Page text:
A couple weeks ago, I experienced the hospital from the other side of the bed. I wasn’t the chaplain. I wasn’t the patient. I was the patient’s spouse. So while Nancy was in the hospital, I was at the hospital.
For 48 hours, Nancy was in the hospital, moving from triage to an ER bed to an actual room, to surgery, and back to her room. She had fallen, and ended up with a non-displaced fracture of the neck of the femur. A broken hip is how they usually say it. With three screws to hold the fracture in place, she is now able to put weight on her leg,
As I was with Nancy, going to my office in chaplaincy for coffee, tea, and a meeting, going home to sleep, I had time for observations. It’s taken a week to have time to process those observations. Here’s the start:
Disrupted routine is disorienting. The break was unexpected, the daily routine of our lives was suddenly disrupted. And even though this wasn’t a tragic hospitalization, and it was brief, and has a good outcome, the sheer disruption affects thinking. Eating patterns, coffee patterns, privacy patterns, every pattern changes. And these changes mean that answers to simple questions are often hard to find inside our heads.
As I meet with families going forward, I will work on clarity and deliberateness. We ask questions so often, and sometimes we don’t need questions. We need space with someone to catch up with ourselves.
Even if you know all the words and the facts and some of the people, you still have to live through the experience. You still have to wait. You still have to have the tests. You still have to fill the time, to feel the pain, to be uncomfortable. You still have to recover from the anesthetic. You still have to be uncomfortable, to be exhausted, to be away. And this was just two days. For the people who are in our place for a long time, away from home, unfamiliar with the hospital, this is a challenging. I need to work on ways to provide explanations, to provide visits worth looking forward to, to address the waiting.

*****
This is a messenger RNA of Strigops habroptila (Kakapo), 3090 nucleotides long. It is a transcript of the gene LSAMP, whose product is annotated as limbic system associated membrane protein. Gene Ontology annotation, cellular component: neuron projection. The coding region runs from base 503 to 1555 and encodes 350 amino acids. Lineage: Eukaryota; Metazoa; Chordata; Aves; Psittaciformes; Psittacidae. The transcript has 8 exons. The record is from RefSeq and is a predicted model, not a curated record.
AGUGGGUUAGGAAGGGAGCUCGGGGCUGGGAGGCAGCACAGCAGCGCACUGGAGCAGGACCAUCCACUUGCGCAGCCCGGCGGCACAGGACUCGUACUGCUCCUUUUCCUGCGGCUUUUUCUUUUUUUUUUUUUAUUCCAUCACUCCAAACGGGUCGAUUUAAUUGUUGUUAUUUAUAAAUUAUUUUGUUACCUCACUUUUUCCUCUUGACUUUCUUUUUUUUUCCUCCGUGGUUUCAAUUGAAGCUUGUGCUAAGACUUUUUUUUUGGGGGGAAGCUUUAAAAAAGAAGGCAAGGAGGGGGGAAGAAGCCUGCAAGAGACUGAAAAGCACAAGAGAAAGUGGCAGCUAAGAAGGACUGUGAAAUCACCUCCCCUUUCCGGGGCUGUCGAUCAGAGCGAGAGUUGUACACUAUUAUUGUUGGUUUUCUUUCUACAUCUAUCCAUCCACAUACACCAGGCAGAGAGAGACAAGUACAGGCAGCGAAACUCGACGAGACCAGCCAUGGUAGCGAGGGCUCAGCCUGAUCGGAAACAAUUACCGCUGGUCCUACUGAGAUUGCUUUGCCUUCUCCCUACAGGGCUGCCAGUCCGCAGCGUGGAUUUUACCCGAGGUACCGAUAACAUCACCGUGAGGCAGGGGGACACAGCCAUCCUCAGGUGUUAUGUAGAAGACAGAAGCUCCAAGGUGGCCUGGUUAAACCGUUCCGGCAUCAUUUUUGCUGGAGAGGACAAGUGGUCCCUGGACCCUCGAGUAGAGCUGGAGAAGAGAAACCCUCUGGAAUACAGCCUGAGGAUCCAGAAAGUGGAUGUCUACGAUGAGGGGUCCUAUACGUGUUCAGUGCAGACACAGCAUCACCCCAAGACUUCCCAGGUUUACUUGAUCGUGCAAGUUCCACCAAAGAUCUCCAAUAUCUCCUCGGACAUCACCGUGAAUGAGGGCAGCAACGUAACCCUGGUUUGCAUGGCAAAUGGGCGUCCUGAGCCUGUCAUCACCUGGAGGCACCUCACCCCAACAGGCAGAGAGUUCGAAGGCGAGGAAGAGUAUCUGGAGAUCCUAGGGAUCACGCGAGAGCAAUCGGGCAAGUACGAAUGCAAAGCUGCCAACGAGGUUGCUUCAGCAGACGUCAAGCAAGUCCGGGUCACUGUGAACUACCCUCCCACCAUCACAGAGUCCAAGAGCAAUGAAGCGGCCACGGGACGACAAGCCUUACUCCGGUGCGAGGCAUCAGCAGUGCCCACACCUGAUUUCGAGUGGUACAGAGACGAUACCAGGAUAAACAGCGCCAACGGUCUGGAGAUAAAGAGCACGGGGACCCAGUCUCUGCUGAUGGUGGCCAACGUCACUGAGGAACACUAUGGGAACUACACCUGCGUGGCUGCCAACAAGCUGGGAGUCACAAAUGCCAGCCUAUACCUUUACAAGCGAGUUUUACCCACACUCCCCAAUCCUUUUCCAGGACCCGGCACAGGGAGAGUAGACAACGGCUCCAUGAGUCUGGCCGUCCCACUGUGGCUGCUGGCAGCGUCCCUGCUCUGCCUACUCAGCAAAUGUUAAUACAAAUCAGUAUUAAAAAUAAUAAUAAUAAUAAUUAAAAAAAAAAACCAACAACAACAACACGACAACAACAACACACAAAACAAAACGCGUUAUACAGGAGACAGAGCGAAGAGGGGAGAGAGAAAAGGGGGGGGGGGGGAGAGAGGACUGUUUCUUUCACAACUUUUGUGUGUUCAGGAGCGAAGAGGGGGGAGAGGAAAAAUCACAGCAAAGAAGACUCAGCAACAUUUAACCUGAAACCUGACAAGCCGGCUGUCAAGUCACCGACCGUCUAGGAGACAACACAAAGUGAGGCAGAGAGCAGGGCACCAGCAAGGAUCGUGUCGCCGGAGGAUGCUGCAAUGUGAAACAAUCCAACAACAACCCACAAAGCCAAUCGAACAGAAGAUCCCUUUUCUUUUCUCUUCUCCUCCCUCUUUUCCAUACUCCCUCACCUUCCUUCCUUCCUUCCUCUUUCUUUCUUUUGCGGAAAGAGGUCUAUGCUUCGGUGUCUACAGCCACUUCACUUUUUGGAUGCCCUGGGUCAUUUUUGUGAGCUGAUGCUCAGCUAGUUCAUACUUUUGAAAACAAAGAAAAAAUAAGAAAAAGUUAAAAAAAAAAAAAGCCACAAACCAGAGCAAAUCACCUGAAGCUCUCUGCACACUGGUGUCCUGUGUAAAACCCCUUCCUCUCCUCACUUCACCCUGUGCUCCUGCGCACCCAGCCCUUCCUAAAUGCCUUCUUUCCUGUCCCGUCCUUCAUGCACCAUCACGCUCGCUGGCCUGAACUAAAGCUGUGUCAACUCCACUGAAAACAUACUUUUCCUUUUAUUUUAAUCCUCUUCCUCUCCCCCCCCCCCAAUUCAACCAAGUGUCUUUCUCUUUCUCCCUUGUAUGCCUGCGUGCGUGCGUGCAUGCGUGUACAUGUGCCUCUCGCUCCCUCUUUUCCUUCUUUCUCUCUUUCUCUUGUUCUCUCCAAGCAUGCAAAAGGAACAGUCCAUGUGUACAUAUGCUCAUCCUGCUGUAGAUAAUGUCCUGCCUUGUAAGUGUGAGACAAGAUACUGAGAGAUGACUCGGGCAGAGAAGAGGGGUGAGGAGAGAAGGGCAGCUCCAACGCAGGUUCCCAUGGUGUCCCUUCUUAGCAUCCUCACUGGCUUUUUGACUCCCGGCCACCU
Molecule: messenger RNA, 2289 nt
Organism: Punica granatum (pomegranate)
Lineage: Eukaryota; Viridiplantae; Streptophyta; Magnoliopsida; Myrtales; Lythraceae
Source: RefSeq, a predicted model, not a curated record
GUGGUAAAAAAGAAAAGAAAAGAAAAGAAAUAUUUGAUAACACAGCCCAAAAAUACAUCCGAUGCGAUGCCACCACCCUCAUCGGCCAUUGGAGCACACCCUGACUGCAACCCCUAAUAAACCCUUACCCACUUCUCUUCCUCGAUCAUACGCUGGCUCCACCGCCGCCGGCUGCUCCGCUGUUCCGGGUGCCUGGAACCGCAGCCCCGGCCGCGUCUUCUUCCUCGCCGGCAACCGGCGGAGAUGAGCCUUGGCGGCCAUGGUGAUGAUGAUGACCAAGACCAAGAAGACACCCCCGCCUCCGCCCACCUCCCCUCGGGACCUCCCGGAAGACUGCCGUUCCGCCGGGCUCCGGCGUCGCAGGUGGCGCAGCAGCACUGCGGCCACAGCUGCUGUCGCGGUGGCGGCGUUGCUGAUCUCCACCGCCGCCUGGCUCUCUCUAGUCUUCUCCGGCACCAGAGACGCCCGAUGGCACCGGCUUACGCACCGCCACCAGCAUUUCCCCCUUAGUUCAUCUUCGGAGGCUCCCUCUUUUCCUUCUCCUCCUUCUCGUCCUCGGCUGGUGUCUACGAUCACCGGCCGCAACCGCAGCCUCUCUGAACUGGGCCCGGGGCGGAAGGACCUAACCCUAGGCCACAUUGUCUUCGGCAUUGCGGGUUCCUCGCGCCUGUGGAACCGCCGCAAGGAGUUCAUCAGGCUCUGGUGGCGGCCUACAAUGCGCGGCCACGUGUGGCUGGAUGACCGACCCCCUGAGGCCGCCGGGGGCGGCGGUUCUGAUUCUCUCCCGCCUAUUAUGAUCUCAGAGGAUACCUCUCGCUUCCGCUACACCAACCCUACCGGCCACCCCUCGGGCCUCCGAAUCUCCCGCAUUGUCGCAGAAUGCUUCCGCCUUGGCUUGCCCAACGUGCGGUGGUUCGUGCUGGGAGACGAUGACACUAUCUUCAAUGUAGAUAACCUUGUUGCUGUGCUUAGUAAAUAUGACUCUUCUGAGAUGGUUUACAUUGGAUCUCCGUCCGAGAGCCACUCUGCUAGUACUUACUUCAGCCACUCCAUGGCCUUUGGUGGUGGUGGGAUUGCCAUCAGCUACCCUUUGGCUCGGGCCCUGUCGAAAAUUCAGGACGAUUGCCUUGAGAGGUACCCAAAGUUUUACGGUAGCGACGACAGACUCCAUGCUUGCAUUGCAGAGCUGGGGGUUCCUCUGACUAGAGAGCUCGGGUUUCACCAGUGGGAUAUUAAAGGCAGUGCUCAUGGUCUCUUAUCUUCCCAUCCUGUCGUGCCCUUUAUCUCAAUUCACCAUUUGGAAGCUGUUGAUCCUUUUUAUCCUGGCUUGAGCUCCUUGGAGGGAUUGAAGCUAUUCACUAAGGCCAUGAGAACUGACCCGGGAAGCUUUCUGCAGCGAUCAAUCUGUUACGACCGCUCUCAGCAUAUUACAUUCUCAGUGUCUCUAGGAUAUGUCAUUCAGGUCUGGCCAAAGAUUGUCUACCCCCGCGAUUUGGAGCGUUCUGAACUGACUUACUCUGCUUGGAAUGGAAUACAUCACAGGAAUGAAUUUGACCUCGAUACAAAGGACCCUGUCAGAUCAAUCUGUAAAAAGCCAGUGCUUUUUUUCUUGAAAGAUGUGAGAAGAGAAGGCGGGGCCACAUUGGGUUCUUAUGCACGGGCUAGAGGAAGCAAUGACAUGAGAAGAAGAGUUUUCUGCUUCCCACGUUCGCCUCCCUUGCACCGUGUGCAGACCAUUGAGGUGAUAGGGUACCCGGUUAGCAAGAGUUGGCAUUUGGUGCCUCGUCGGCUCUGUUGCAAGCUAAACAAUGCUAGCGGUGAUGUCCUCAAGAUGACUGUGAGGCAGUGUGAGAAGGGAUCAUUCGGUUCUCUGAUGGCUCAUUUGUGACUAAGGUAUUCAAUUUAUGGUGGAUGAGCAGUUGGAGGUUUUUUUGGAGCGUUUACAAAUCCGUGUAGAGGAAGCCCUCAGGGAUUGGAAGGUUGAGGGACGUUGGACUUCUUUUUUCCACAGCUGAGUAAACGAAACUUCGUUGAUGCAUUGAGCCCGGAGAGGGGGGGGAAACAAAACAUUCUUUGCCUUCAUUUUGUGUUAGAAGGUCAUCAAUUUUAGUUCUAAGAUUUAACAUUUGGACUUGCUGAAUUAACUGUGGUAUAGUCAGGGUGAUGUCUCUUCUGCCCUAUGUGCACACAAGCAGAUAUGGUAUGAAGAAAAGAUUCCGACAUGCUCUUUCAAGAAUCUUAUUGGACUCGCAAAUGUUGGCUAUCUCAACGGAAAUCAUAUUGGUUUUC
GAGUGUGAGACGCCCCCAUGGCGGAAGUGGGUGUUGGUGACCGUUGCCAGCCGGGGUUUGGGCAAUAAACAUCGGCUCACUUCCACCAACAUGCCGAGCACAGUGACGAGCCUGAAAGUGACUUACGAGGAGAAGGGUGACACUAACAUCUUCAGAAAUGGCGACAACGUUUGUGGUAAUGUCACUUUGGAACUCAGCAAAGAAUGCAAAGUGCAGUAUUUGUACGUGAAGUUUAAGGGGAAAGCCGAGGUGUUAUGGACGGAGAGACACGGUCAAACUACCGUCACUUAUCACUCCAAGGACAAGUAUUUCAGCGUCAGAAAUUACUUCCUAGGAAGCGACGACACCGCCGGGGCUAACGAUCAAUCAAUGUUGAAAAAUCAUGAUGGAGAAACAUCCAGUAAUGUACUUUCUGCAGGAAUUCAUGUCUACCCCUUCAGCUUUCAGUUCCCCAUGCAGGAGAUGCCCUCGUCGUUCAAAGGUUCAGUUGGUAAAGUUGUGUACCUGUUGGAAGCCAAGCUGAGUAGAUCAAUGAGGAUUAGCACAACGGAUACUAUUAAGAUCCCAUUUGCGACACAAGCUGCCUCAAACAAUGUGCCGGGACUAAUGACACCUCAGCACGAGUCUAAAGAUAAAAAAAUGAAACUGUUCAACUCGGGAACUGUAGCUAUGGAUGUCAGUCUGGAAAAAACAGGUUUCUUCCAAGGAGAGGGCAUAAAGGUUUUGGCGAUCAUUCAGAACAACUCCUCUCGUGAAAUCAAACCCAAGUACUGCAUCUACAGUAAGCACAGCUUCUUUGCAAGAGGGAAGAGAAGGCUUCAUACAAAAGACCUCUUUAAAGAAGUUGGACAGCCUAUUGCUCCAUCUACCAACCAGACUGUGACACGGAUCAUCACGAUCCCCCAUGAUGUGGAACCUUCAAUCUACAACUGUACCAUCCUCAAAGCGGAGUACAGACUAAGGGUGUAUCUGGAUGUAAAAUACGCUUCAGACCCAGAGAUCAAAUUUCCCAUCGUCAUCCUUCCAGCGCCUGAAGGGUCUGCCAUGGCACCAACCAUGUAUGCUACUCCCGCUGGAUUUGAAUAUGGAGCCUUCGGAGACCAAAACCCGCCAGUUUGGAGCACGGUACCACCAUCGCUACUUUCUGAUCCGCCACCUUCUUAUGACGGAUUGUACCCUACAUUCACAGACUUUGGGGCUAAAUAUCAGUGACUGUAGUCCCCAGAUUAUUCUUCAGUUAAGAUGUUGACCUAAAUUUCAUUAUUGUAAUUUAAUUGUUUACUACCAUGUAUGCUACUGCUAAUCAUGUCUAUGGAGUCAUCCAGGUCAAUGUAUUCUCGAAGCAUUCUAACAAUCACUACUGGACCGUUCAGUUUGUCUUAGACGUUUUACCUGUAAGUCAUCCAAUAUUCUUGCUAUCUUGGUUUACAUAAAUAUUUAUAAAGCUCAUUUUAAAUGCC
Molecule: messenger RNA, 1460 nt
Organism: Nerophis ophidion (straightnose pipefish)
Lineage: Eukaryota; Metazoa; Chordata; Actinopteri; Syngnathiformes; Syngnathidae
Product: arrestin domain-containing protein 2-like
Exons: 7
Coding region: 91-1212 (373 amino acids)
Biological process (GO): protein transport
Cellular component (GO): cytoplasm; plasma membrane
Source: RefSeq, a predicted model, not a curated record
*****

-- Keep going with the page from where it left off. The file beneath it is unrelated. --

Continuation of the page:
There is always the 5%. I’m on the rough side of healthcare. Because I show up for deaths and traumas and strokes and heart attacks, I am oriented toward things going wrong. I’m aware that every time there is a 95% of recovery, there are real people in the 5%. As a result, though I knew it was likely that Nancy would be fine, I was mindful of the conversations I’ve had when things weren’t fine. And so I was a bit more emotional than would be expected from someone who should know better. Because I know better. Talking me down from unreasonable fear would have been futile. Simply acknowledging it is more helpful.
Sometimes we need people to simply show up. I cancelled an appointment with a friend when I got the news of Nancy’s fall. He showed up as sat with me when she was in surgery. And didn’t talk about the surgery. Another couple well familiar with healthcare showed up just before surgery. They offered support, offered prayer, and disappeared. Both could have said, “I know they probably have support, I know they know what’s going on.” But neither did that. Neither made assumptions about their friends. Instead, they showed up. I think I’ve been hesitant about showing up. I won’t be. (On a side note, we’ve had been ask if we need anything. We don’t. But a couple people said, “We’re bringing something.” We said yes.)
Just because you are doing better doesn’t mean things are back to normal. Our schedule will be disrupted for a few weeks. The recovery will be influencing our decisions long after other people forget about it.
Nancy is a patient patient. And I’m grateful.